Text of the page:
Hardy by name and by nature, Hardy Eustace can rightly be considered as one of the greatest hurdlers of the last 20 years.
Bought for 21,000 guineas by the late great Dessie Hughes as a four-year-old store horse in 2001, the son of Archway – who celebrated his 23rd birthday at the weekend – went on to play a major role during what was a golden era for the two-mile hurdling division from the early to mid noughties.
Multiple clashes between Hardy Eustace, the equally tough Brave Inca, the mercurial Harchibald and the top-class Macs Joy are ingrained in racing folklore.
Hardy Eustace’s owner, Lar Byrne, unsurprisingly recalls those days with great fondness.
“It seems like a lifetime ago in some ways, but in others it seems like the other day,” said Byrne.
“There was some unbelievable hurdling talent for those few years, it really was incredible.
“I think Brave Inca and Hardy Eustace were the perfect match for other. They won a lot of prize-money between them and the day it wasn’t Hardy winning it was Brave Inca, and the day it wasn’t Brave Inca winning it was Hardy.
“Then you throw Macs Joy and Harchibald into the mix as well – unbelievable.”
Hardy Eustace began his career in the bumper sphere before graduating to novice hurdles during the 2002/03 season.
Victory in the Royal Bond at Fairyhouse, a subsequent triumph at Leopardstown and a runner-up finish behind the brilliant mare Solerina earned him a first trip to the Cheltenham for what is now the Ballymore Novices’ Hurdle.
It proved to be an emotional success for Hardy Eustace, as his rider, Kieran Kelly, tragically died after being critically injured in a fall at Kilbeggan just five months later, at the age of 25.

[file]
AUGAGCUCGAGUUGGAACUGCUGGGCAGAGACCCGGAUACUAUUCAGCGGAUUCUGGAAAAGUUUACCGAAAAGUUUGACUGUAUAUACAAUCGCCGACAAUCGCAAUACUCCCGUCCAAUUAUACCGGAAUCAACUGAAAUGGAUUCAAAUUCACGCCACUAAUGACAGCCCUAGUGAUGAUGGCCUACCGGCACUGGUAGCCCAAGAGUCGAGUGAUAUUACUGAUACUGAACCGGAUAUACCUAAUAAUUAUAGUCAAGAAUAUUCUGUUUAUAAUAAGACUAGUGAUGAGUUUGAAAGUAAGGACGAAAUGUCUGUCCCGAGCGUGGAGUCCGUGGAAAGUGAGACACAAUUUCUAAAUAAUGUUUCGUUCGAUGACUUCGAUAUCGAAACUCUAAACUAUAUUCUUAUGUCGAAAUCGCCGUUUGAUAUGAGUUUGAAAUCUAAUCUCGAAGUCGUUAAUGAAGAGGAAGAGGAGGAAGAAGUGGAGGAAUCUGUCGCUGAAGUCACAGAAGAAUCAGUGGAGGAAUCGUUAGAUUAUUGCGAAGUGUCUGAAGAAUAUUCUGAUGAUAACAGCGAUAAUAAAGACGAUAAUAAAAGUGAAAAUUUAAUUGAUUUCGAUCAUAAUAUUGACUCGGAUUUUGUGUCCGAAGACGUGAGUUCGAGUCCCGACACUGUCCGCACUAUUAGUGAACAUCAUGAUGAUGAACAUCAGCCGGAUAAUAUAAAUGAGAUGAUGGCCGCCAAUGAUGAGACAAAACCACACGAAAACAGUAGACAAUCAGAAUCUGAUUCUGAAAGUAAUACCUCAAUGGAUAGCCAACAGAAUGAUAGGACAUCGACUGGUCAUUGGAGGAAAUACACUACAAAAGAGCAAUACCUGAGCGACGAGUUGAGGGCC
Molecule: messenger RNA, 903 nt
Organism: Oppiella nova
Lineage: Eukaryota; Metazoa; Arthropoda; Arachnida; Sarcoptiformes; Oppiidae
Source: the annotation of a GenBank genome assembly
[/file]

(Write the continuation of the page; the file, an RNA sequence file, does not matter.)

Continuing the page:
“We went to Cheltenham that first year with confidence as we knew we had a good horse, but we were by no means saying we were going to win the race as there were plenty of classy horses in it – horses like Pizarro, who had won the Champion Bumper the year before,” said Byrne.
“The first horse off the bridle at the top of the hill was Hardy Eustace and I remember thinking ‘what are we doing here’, but he came back on the bridle coming down the hill and he just showed from there he was as tough as teak.”
Hardy Eustace disappointed on his next start at Aintree, which set the tone for a largely underwhelming campaign the following season.
“He had a very mixed year,” Byrne recalled.
“He won on the Flat in Navan, but he didn’t actually win a race over hurdles before he went to Cheltenham. I remember him finishing last in Leopardstown over Christmas, but Conor O’Dwyer and Dessie were thrilled with him.
“I went home that night scratching my head and thinking ‘this fella’s a no-hoper’, but Dessie and Conor knew what they had.”
As a result of his winless streak, Hardy Eustace returned to Cheltenham as a largely unconsidered 33-1 shot for the 2004 Champion Hurdle.
Plenty felt he should be going down the handicap route, but the boldness of connections proved well founded as Hardy Eustace powered to a five-length verdict over the defending champion Rooster Booster.